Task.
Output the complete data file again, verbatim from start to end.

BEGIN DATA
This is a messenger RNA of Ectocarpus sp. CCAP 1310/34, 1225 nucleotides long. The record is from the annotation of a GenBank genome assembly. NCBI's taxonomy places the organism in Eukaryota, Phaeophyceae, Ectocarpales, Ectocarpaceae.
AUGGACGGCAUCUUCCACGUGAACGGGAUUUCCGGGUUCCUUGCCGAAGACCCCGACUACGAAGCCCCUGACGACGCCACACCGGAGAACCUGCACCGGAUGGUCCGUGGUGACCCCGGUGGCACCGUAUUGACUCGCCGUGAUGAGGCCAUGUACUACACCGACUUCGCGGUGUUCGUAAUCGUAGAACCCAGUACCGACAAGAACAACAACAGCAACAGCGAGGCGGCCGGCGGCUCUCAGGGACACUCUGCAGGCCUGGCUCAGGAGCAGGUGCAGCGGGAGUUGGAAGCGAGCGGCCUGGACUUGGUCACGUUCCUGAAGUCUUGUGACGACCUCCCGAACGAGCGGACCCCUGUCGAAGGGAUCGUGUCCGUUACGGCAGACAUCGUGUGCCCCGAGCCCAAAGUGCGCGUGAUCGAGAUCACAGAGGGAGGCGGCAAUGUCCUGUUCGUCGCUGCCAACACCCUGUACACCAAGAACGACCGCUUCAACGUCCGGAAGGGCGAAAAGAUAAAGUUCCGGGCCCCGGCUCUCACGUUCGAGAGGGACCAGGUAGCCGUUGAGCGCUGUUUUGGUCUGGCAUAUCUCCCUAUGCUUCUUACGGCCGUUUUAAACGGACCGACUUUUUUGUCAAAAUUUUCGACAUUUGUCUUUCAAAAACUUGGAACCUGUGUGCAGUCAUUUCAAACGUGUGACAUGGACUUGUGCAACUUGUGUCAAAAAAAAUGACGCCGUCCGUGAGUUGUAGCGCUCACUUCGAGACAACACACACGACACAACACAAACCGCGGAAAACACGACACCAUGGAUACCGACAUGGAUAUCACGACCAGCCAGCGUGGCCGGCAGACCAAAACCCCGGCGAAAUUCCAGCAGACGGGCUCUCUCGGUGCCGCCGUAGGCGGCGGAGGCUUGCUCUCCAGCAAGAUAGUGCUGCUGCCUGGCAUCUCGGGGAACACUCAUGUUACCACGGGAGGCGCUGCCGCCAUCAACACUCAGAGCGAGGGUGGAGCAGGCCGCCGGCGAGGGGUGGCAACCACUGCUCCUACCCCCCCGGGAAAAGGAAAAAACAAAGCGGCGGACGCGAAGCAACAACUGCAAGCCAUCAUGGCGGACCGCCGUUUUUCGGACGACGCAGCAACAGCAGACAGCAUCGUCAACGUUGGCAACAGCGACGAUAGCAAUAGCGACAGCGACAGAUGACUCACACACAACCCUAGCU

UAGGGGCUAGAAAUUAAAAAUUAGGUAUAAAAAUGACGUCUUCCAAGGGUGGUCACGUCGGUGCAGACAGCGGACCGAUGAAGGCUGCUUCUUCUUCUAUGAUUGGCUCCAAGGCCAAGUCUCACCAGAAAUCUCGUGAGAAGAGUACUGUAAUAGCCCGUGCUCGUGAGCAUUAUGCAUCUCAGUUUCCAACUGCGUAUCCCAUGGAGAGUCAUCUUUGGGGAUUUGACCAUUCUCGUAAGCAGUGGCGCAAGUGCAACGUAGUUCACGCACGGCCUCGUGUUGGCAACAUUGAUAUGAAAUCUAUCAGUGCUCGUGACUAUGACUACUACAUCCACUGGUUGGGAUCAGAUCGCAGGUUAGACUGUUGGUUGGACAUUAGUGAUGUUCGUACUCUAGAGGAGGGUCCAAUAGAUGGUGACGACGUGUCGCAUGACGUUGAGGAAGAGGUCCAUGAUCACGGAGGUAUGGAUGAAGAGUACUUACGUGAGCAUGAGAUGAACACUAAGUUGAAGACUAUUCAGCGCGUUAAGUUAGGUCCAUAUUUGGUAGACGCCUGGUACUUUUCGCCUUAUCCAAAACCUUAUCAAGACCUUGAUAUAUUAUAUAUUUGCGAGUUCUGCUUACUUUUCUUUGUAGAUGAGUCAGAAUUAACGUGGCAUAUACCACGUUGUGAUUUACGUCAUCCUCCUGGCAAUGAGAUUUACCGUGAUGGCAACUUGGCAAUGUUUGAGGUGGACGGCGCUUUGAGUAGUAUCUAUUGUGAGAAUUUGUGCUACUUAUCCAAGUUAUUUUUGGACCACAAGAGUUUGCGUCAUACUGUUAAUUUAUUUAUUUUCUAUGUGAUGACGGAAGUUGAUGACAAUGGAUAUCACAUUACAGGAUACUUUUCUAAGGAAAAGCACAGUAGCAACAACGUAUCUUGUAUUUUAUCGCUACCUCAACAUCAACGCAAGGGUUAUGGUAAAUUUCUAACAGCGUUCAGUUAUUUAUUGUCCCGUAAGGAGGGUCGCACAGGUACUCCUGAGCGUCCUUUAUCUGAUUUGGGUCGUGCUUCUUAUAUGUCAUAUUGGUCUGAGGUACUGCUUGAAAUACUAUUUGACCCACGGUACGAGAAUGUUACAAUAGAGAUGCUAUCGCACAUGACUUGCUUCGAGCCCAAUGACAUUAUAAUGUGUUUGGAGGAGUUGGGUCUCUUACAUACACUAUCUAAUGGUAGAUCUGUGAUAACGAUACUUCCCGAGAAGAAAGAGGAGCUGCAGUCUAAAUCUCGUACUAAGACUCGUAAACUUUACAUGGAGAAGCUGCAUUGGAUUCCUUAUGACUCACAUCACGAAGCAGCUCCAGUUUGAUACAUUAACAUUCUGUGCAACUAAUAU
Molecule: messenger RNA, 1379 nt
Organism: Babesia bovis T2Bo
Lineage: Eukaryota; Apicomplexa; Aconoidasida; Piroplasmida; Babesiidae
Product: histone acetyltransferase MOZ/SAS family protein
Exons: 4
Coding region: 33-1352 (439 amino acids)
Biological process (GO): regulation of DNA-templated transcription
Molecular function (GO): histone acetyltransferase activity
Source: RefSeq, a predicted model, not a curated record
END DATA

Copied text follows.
This is a messenger RNA of Ectocarpus sp. CCAP 1310/34, 1225 nucleotides long. The record is from the annotation of a GenBank genome assembly. NCBI's taxonomy places the organism in Eukaryota, Phaeophyceae, Ectocarpales, Ectocarpaceae.
AUGGACGGCAUCUUCCACGUGAACGGGAUUUCCGGGUUCCUUGCCGAAGACCCCGACUACGAAGCCCCUGACGACGCCACACCGGAGAACCUGCACCGGAUGGUCCGUGGUGACCCCGGUGGCACCGUAUUGACUCGCCGUGAUGAGGCCAUGUACUACACCGACUUCGCGGUGUUCGUAAUCGUAGAACCCAGUACCGACAAGAACAACAACAGCAACAGCGAGGCGGCCGGCGGCUCUCAGGGACACUCUGCAGGCCUGGCUCAGGAGCAGGUGCAGCGGGAGUUGGAAGCGAGCGGCCUGGACUUGGUCACGUUCCUGAAGUCUUGUGACGACCUCCCGAACGAGCGGACCCCUGUCGAAGGGAUCGUGUCCGUUACGGCAGACAUCGUGUGCCCCGAGCCCAAAGUGCGCGUGAUCGAGAUCACAGAGGGAGGCGGCAAUGUCCUGUUCGUCGCUGCCAACACCCUGUACACCAAGAACGACCGCUUCAACGUCCGGAAGGGCGAAAAGAUAAAGUUCCGGGCCCCGGCUCUCACGUUCGAGAGGGACCAGGUAGCCGUUGAGCGCUGUUUUGGUCUGGCAUAUCUCCCUAUGCUUCUUACGGCCGUUUUAAACGGACCGACUUUUUUGUCAAAAUUUUCGACAUUUGUCUUUCAAAAACUUGGAACCUGUGUGCAGUCAUUUCAAACGUGUGACAUGGACUUGUGCAACUUGUGUCAAAAAAAAUGACGCCGUCCGUGAGUUGUAGCGCUCACUUCGAGACAACACACACGACACAACACAAACCGCGGAAAACACGACACCAUGGAUACCGACAUGGAUAUCACGACCAGCCAGCGUGGCCGGCAGACCAAAACCCCGGCGAAAUUCCAGCAGACGGGCUCUCUCGGUGCCGCCGUAGGCGGCGGAGGCUUGCUCUCCAGCAAGAUAGUGCUGCUGCCUGGCAUCUCGGGGAACACUCAUGUUACCACGGGAGGCGCUGCCGCCAUCAACACUCAGAGCGAGGGUGGAGCAGGCCGCCGGCGAGGGGUGGCAACCACUGCUCCUACCCCCCCGGGAAAAGGAAAAAACAAAGCGGCGGACGCGAAGCAACAACUGCAAGCCAUCAUGGCGGACCGCCGUUUUUCGGACGACGCAGCAACAGCAGACAGCAUCGUCAACGUUGGCAACAGCGACGAUAGCAAUAGCGACAGCGACAGAUGACUCACACACAACCCUAGCU

UAGGGGCUAGAAAUUAAAAAUUAGGUAUAAAAAUGACGUCUUCCAAGGGUGGUCACGUCGGUGCAGACAGCGGACCGAUGAAGGCUGCUUCUUCUUCUAUGAUUGGCUCCAAGGCCAAGUCUCACCAGAAAUCUCGUGAGAAGAGUACUGUAAUAGCCCGUGCUCGUGAGCAUUAUGCAUCUCAGUUUCCAACUGCGUAUCCCAUGGAGAGUCAUCUUUGGGGAUUUGACCAUUCUCGUAAGCAGUGGCGCAAGUGCAACGUAGUUCACGCACGGCCUCGUGUUGGCAACAUUGAUAUGAAAUCUAUCAGUGCUCGUGACUAUGACUACUACAUCCACUGGUUGGGAUCAGAUCGCAGGUUAGACUGUUGGUUGGACAUUAGUGAUGUUCGUACUCUAGAGGAGGGUCCAAUAGAUGGUGACGACGUGUCGCAUGACGUUGAGGAAGAGGUCCAUGAUCACGGAGGUAUGGAUGAAGAGUACUUACGUGAGCAUGAGAUGAACACUAAGUUGAAGACUAUUCAGCGCGUUAAGUUAGGUCCAUAUUUGGUAGACGCCUGGUACUUUUCGCCUUAUCCAAAACCUUAUCAAGACCUUGAUAUAUUAUAUAUUUGCGAGUUCUGCUUACUUUUCUUUGUAGAUGAGUCAGAAUUAACGUGGCAUAUACCACGUUGUGAUUUACGUCAUCCUCCUGGCAAUGAGAUUUACCGUGAUGGCAACUUGGCAAUGUUUGAGGUGGACGGCGCUUUGAGUAGUAUCUAUUGUGAGAAUUUGUGCUACUUAUCCAAGUUAUUUUUGGACCACAAGAGUUUGCGUCAUACUGUUAAUUUAUUUAUUUUCUAUGUGAUGACGGAAGUUGAUGACAAUGGAUAUCACAUUACAGGAUACUUUUCUAAGGAAAAGCACAGUAGCAACAACGUAUCUUGUAUUUUAUCGCUACCUCAACAUCAACGCAAGGGUUAUGGUAAAUUUCUAACAGCGUUCAGUUAUUUAUUGUCCCGUAAGGAGGGUCGCACAGGUACUCCUGAGCGUCCUUUAUCUGAUUUGGGUCGUGCUUCUUAUAUGUCAUAUUGGUCUGAGGUACUGCUUGAAAUACUAUUUGACCCACGGUACGAGAAUGUUACAAUAGAGAUGCUAUCGCACAUGACUUGCUUCGAGCCCAAUGACAUUAUAAUGUGUUUGGAGGAGUUGGGUCUCUUACAUACACUAUCUAAUGGUAGAUCUGUGAUAACGAUACUUCCCGAGAAGAAAGAGGAGCUGCAGUCUAAAUCUCGUACUAAGACUCGUAAACUUUACAUGGAGAAGCUGCAUUGGAUUCCUUAUGACUCACAUCACGAAGCAGCUCCAGUUUGAUACAUUAACAUUCUGUGCAACUAAUAU
Molecule: messenger RNA, 1379 nt
Organism: Babesia bovis T2Bo
Lineage: Eukaryota; Apicomplexa; Aconoidasida; Piroplasmida; Babesiidae
Product: histone acetyltransferase MOZ/SAS family protein
Exons: 4
Coding region: 33-1352 (439 amino acids)
Biological process (GO): regulation of DNA-templated transcription
Molecular function (GO): histone acetyltransferase activity
Source: RefSeq, a predicted model, not a curated record